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Unread postPosted: Tue Oct 22, 2019 9:34 pm
  

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plotulus wrote:
In the world of Rifts Earth does American even use the same alphabet that English uses? Furthermore does American even sound the same as late 20th early 21st century American English? Also I assume that the non-human languages have their own alphabet but does Euro or Spanish have a different script than 21st century English? Finally does Spanish sound different than Spanish of 21st century America?


I will point out that Techno-Can is basically English with a bunch of complex new words, borrowed words and jargon incorporated and likely represents that kind of linguistic drift.

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Unread postPosted: Tue Oct 22, 2019 10:22 pm
  

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techno isn't a naturally evolved language though, it is a Conlang, a constructed language. thus linguistic drift does not apply to its origin, as it isn't the result of the pronunciation of a language changing over time as people use it, rather a deliberate effort to create a new language.
specifically, Techno is an A posteriori Conlang, derived from english but using its own grammar and rules. most likely it would be an example of a Schematic auxiliary language, being wholly artificial rather than just a simplification of english, yet without a constructed fictional history behind it.

if you want to model linguistic drift in rifts an easy way to do it might be to make some of the rats-net of grammar rules in english more consistent. Because english has a lot of loan words, which retained their original origins grammar rules, it can often be tricky to learn. for example, why is it one foot and multiple feet, but one moose and not multiple meese? why is the letter combo "ough" pronounced eight different ways in this sentence? "though i coughed roughly and hiccoughed throughout the lecture, i still thought i could plough through the rest of it"

over the dark age, as the teaching of the language becomes less standardized, you might see some of those grammar rules become more consistent, as the users adapt the borrowed words more closely to the other words in use. depending on how long that goes on it might sound very different from our english.. this video demonstrates it pretty well.
this is similar to how children and english as a second language students will often use the wrong phonemes and apply incorrect grammar rules as they get experience with the language. in current times they get corrected and learn the variety of sounds and rules, but in the rifts dark agfe they probably wouldn't.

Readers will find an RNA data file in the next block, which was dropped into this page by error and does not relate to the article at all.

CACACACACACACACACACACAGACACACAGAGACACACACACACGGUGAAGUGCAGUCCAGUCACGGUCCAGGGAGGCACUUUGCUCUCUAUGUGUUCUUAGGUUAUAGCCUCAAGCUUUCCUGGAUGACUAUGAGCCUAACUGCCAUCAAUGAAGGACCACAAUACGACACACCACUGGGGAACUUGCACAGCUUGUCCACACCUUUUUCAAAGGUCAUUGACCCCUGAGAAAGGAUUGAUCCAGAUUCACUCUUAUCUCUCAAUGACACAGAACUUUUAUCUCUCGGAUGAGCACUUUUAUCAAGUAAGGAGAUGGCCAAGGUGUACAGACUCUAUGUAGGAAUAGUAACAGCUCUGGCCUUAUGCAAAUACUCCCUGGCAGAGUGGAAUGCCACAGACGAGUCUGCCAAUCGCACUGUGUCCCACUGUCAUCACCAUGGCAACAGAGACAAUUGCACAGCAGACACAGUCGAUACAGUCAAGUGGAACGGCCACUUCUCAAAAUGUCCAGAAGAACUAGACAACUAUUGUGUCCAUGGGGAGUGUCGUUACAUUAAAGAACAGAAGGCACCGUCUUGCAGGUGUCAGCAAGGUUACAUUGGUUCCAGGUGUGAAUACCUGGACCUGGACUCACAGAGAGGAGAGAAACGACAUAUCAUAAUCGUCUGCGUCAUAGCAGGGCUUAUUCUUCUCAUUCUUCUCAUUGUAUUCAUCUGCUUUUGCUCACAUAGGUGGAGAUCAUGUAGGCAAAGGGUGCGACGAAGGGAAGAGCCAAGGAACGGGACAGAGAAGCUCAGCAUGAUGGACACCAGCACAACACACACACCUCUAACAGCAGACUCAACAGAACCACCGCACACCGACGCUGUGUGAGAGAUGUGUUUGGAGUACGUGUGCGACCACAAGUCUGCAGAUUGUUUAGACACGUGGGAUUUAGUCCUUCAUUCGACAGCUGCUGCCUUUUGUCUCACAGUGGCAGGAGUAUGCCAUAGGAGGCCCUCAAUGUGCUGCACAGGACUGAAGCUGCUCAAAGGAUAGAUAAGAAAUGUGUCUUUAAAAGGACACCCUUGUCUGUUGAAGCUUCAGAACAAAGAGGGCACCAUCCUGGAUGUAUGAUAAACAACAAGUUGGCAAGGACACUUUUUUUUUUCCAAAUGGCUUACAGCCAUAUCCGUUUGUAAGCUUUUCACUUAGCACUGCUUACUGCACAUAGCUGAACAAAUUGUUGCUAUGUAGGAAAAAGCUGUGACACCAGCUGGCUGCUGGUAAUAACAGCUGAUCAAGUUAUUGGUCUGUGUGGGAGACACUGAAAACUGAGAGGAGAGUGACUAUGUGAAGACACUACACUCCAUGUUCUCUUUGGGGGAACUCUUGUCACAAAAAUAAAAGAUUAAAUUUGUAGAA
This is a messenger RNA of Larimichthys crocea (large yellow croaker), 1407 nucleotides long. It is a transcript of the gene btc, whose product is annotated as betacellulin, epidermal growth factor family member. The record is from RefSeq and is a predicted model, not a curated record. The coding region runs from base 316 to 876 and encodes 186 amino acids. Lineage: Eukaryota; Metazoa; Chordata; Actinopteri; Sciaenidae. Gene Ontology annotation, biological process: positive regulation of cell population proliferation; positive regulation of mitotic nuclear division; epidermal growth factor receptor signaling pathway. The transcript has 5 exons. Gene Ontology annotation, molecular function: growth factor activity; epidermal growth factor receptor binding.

sneaking a few such things into your NPC's dialog would be a good way to show the kind of dialect that might evolve in less civilized regions of rifts earth.

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Unread postPosted: Wed Oct 23, 2019 12:03 am
  

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"Trouble rather the Tiger in his Lair,
Than the Sage among his Books,
For all the Empires and Kingdoms,
The Armies and Works that you hold Dear,
Are to him but the Playthings of the Moment,
To be turned over with the Flick of a Finger,
And the Turning of a Page"

--------Rudyard Kipling
------------


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Unread postPosted: Wed Oct 23, 2019 7:58 am
  

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That video actually shows just how little drift would likely have affected mutual intelligibility. It just sounds like how many learners of English read itbearly on in the process. Still easy to make out what they mean.

That said, a major factor that is being forgotten here is rre-rifts media. We know that it exists to the point that the New West exists the way it does due to old cowboy movies. All that pre-rifts material will have a standardizing effect on populations with access to it.

So will Erin Tarn's book. You don't need to be literate to have a book read to you, and hearing the language from very popular books can indeed have a standardizing effect for illiterate members of a population as well.

Linguistic drift would be a much bigger issue for isolated populations (such as certain barbarian tribes in Dinosaur Swamp)

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Unread postPosted: Wed Oct 23, 2019 9:54 am
  

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dreicunan wrote:
That said, a major factor that is being forgotten here is rre-rifts media. We know that it exists to the point that the New West exists the way it does due to old cowboy movies. All that pre-rifts material will have a standardizing effect on populations with access to it.


That's a really good point. While mass media (including print) will help, existing media that shows how people "should" talk will be another conservative force on language.